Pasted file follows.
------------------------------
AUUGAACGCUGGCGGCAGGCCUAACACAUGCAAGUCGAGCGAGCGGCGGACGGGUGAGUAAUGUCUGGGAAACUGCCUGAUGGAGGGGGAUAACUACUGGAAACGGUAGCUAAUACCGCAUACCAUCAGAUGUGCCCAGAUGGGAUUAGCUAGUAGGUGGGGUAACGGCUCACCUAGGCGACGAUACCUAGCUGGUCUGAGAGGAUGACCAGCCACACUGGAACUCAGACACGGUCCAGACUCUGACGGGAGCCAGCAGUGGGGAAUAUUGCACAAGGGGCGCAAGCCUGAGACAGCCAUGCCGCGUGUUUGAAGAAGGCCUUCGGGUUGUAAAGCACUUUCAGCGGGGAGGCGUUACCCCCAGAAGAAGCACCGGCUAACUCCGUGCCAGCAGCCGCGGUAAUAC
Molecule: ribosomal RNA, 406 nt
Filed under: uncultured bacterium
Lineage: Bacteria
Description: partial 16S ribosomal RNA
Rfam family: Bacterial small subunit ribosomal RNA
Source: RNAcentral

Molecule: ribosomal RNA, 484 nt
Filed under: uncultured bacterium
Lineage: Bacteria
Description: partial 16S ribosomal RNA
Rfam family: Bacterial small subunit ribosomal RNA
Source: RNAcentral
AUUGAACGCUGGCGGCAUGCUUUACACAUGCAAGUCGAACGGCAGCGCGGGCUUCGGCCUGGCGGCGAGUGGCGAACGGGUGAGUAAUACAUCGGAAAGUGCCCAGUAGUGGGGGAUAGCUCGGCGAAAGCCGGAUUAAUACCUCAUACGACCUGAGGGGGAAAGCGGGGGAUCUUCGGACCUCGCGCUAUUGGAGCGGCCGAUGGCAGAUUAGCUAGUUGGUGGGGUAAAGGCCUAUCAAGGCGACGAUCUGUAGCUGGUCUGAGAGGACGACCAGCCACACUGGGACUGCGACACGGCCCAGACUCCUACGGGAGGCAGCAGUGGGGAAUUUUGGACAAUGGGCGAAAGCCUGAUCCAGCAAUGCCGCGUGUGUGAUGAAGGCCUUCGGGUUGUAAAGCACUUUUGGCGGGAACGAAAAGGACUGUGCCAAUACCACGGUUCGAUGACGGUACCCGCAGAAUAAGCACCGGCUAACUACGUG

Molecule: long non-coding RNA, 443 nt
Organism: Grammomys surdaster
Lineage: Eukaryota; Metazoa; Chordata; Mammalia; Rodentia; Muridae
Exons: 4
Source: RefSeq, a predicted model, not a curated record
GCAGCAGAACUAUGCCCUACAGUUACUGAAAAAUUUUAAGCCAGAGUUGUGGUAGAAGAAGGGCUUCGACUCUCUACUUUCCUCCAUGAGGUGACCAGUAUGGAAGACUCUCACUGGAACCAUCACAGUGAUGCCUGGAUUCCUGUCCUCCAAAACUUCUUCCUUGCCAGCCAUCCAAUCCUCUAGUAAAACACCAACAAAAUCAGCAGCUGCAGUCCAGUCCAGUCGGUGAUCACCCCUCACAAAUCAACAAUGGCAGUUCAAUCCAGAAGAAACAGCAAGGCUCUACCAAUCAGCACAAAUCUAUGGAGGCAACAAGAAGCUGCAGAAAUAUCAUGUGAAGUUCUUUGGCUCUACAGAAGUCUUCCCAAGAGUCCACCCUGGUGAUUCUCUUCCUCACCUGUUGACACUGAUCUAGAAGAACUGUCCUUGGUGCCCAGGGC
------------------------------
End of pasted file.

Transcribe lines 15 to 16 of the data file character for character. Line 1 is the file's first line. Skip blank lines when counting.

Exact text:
Molecule: long non-coding RNA, 443 nt
Organism: Grammomys surdaster